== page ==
WASHINGTON -- President Clinton's lawyers, accusing Paula Corbin Jones and her backers of trying to frustrate his presidency, force him out of office and deny him re-election, asked a federal judge yesterday to set aside for years her sexual harassment lawsuit.
In a hefty document that weaves legal arguments with political resentments, the president's private attorneys said the case should be dismissed now, with Ms. Jones free to start it over after he leaves office. For the first time, the lawyers asked that legal claims by Ms. Jones against an Arkansas state trooper, based on the same alleged sexual incident, also be held off until Mr. Clinton is no longer president.
The presidential claim of immunity is expected to be supported officially by the Justice Department, but at this point is a claim being made only by the president personally through his own privately paid lawyers.
Justice Department officials are engaged in a debate over just how to join in the immunity claim.
The Clinton papers filed with U.S. District Court Judge Susan Webber Wright in Little Rock, Ark., accused Ms. Jones of seeking "notoriety" and money from suing the president over an encounter in a local hotel room in May 1991, "an event which the president denies ever occurred," according to his lawyers, Robert S. Bennett and Carl S. Rauh.
She "has allowed her name to be used in connection with fund-raising campaigns by political organizations vehemently opposed to the president," the document added.
And, whether she intended to do so or not, her lawsuit "has entwined the judicial system in political maneuvering aimed at -- distracting President Clinton from achieving important policy objectives, and ultimately, at ousting him from office," Mr.
Clinton's lawyers argued.
In 67 pages of legal reasoning, 13 pages of constitutional history and 109 pages of background documents, the president's attorneys put forth two specific legal claims:
First, the Constitution gives the president immunity to private citizens' civil damages lawsuits as long as the president serves, in order not to distract the chief executive from his official duties and to avoid inviting a string of such lawsuits.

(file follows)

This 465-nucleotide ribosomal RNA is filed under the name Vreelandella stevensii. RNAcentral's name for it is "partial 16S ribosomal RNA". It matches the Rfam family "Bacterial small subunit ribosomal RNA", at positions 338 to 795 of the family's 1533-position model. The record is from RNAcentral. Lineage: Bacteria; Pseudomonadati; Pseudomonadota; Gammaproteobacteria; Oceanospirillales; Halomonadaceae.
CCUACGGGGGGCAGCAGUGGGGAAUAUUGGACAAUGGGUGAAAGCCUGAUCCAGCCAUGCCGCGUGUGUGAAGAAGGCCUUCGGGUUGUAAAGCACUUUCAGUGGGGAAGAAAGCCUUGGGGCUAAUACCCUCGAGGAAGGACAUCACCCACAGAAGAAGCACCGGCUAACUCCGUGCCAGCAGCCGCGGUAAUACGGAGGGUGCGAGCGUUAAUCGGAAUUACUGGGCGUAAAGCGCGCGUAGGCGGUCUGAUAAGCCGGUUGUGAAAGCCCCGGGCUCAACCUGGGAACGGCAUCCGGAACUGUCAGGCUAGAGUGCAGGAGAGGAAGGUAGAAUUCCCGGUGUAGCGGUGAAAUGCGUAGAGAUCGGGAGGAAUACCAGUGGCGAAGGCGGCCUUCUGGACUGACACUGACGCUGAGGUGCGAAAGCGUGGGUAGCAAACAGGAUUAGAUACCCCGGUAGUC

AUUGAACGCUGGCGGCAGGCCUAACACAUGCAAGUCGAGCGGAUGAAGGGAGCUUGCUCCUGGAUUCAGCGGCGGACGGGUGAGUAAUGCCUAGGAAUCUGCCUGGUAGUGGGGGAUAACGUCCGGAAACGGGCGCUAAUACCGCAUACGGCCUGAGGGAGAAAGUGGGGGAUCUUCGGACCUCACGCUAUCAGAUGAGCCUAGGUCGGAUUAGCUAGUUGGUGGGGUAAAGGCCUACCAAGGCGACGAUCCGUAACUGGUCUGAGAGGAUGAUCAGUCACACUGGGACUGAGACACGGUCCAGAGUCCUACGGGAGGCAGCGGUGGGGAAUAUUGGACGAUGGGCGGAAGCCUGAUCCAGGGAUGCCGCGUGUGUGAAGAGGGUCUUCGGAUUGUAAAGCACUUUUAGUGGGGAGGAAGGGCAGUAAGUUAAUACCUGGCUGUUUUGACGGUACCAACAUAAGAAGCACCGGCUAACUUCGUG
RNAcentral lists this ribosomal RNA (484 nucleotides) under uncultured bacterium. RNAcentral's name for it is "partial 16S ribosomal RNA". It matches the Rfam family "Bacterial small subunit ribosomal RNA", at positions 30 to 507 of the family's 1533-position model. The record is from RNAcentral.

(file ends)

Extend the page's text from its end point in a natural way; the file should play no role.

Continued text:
That immunity must exist, the lawyers argued, whether the claim is based on something that supposedly happened before a president took office, or while he is president.
Because Mr. Clinton has been sued personally, "his intense personal participation" in the case would be required if it went forward now, the document argued.
Second, even if the constitutional immunity plea is not accepted by Judge Wright, the judge can delay it until after Mr. Clinton has left office to avoid having the court "entangled in partisan politics" aimed at destroying the president's reputation.
With claims of the kind Ms. Jones has made, the civil courts "could become a tool of partisan manipulation" by those seeking to "embarrass the president politically" or to deter him from carrying out certain policies, Mr. Clinton's lawyers argue.
The lawsuit against Mr. Clinton began in May, when Ms. Jones, a former Arkansas state employee now living in California, sued him for $700,000 in damages, accusing him of making an alleged unwanted sexual advance in a Little Rock hotel room.
She also named State Trooper Danny Ferguson, claiming that he helped arrange the encounter and harmed her reputation by the way he described the incident in a magazine interview. So far, Ms. Jones' lawsuit has gone nowhere in Judge Wright's court. The judge decided last month that nothing is to be done with it until after a final ruling on Mr. Clinton's claim of presidential immunity.
After Ms. Jones' lawyers file a reply to yesterday's plea, Judge Wright is expected to hold a hearing on the immunity issue, and then rule.
Appeals to higher courts could take months, and perhaps longer. In the meantime, Ms. Jones' case would not go to trial.
Still, the legal document yesterday ridiculed the legal claims Ms. Jones had made, contended that all her claims could be #F defeated if ever put to a test in court, and chastised her and her lawyers for making "titillating or degrading" remarks in the lawsuit about Mr. Clinton -- including a "wholly gratuitous" comment that she could identify Mr. Clinton's private parts, a remark that his lawyers said was "geared to the tabloids rather than the courts."
The immunity claim Mr. Clinton's lawyers make has never been ruled upon by any court. While the Supreme Court declared in 1982 that presidents are totally immune to civil lawsuits for actions while in office, Mr. Clinton is the first to raise an immunity issue against a claim based on pre-presidential activity.